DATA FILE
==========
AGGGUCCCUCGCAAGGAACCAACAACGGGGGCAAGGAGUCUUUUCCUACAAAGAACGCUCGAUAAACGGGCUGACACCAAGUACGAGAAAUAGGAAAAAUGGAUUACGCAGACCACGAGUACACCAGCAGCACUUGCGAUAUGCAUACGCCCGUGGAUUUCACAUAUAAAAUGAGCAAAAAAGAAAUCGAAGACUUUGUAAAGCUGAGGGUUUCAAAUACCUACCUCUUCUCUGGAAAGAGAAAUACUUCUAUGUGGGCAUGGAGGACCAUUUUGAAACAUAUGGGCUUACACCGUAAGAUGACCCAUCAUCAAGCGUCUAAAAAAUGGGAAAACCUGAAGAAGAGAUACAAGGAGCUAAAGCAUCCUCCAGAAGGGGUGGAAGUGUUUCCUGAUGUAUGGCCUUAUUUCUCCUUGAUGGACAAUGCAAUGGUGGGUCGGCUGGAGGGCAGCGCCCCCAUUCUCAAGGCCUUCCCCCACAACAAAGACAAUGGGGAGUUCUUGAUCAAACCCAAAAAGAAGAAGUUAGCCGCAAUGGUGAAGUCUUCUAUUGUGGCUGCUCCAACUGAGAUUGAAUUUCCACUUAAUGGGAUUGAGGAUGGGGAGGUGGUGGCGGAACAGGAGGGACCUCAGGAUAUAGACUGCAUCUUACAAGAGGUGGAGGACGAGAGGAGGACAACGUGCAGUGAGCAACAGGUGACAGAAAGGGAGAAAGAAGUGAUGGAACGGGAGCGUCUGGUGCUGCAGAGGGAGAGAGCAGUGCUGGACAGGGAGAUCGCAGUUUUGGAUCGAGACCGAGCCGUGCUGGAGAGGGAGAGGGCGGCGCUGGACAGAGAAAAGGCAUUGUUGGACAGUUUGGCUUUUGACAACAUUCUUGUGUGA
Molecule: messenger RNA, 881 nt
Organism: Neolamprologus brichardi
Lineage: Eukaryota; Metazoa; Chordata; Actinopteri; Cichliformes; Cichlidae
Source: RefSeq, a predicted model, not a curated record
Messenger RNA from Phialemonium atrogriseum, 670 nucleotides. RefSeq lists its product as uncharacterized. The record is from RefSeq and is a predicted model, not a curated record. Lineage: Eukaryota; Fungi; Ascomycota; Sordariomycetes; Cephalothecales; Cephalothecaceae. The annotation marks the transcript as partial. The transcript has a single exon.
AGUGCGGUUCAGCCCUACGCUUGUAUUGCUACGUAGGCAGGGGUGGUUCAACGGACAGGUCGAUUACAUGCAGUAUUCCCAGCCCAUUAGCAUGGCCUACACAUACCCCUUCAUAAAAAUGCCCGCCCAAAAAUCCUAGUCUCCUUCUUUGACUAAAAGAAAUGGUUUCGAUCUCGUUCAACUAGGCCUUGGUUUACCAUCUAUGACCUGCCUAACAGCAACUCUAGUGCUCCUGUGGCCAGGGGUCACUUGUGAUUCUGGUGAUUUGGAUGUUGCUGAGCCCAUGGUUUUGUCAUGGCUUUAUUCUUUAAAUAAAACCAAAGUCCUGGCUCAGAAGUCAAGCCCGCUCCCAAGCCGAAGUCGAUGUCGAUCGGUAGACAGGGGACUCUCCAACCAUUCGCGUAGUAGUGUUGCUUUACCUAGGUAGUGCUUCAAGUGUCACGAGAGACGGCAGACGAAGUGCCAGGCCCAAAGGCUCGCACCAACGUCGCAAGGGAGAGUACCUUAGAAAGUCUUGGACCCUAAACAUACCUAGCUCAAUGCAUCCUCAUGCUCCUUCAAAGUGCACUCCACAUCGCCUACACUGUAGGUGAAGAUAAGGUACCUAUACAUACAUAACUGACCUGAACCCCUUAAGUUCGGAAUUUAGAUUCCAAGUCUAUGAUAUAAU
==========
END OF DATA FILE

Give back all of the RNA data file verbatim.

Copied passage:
AGGGUCCCUCGCAAGGAACCAACAACGGGGGCAAGGAGUCUUUUCCUACAAAGAACGCUCGAUAAACGGGCUGACACCAAGUACGAGAAAUAGGAAAAAUGGAUUACGCAGACCACGAGUACACCAGCAGCACUUGCGAUAUGCAUACGCCCGUGGAUUUCACAUAUAAAAUGAGCAAAAAAGAAAUCGAAGACUUUGUAAAGCUGAGGGUUUCAAAUACCUACCUCUUCUCUGGAAAGAGAAAUACUUCUAUGUGGGCAUGGAGGACCAUUUUGAAACAUAUGGGCUUACACCGUAAGAUGACCCAUCAUCAAGCGUCUAAAAAAUGGGAAAACCUGAAGAAGAGAUACAAGGAGCUAAAGCAUCCUCCAGAAGGGGUGGAAGUGUUUCCUGAUGUAUGGCCUUAUUUCUCCUUGAUGGACAAUGCAAUGGUGGGUCGGCUGGAGGGCAGCGCCCCCAUUCUCAAGGCCUUCCCCCACAACAAAGACAAUGGGGAGUUCUUGAUCAAACCCAAAAAGAAGAAGUUAGCCGCAAUGGUGAAGUCUUCUAUUGUGGCUGCUCCAACUGAGAUUGAAUUUCCACUUAAUGGGAUUGAGGAUGGGGAGGUGGUGGCGGAACAGGAGGGACCUCAGGAUAUAGACUGCAUCUUACAAGAGGUGGAGGACGAGAGGAGGACAACGUGCAGUGAGCAACAGGUGACAGAAAGGGAGAAAGAAGUGAUGGAACGGGAGCGUCUGGUGCUGCAGAGGGAGAGAGCAGUGCUGGACAGGGAGAUCGCAGUUUUGGAUCGAGACCGAGCCGUGCUGGAGAGGGAGAGGGCGGCGCUGGACAGAGAAAAGGCAUUGUUGGACAGUUUGGCUUUUGACAACAUUCUUGUGUGA
Molecule: messenger RNA, 881 nt
Organism: Neolamprologus brichardi
Lineage: Eukaryota; Metazoa; Chordata; Actinopteri; Cichliformes; Cichlidae
Source: RefSeq, a predicted model, not a curated record
Messenger RNA from Phialemonium atrogriseum, 670 nucleotides. RefSeq lists its product as uncharacterized. The record is from RefSeq and is a predicted model, not a curated record. Lineage: Eukaryota; Fungi; Ascomycota; Sordariomycetes; Cephalothecales; Cephalothecaceae. The annotation marks the transcript as partial. The transcript has a single exon.
AGUGCGGUUCAGCCCUACGCUUGUAUUGCUACGUAGGCAGGGGUGGUUCAACGGACAGGUCGAUUACAUGCAGUAUUCCCAGCCCAUUAGCAUGGCCUACACAUACCCCUUCAUAAAAAUGCCCGCCCAAAAAUCCUAGUCUCCUUCUUUGACUAAAAGAAAUGGUUUCGAUCUCGUUCAACUAGGCCUUGGUUUACCAUCUAUGACCUGCCUAACAGCAACUCUAGUGCUCCUGUGGCCAGGGGUCACUUGUGAUUCUGGUGAUUUGGAUGUUGCUGAGCCCAUGGUUUUGUCAUGGCUUUAUUCUUUAAAUAAAACCAAAGUCCUGGCUCAGAAGUCAAGCCCGCUCCCAAGCCGAAGUCGAUGUCGAUCGGUAGACAGGGGACUCUCCAACCAUUCGCGUAGUAGUGUUGCUUUACCUAGGUAGUGCUUCAAGUGUCACGAGAGACGGCAGACGAAGUGCCAGGCCCAAAGGCUCGCACCAACGUCGCAAGGGAGAGUACCUUAGAAAGUCUUGGACCCUAAACAUACCUAGCUCAAUGCAUCCUCAUGCUCCUUCAAAGUGCACUCCACAUCGCCUACACUGUAGGUGAAGAUAAGGUACCUAUACAUACAUAACUGACCUGAACCCCUUAAGUUCGGAAUUUAGAUUCCAAGUCUAUGAUAUAAU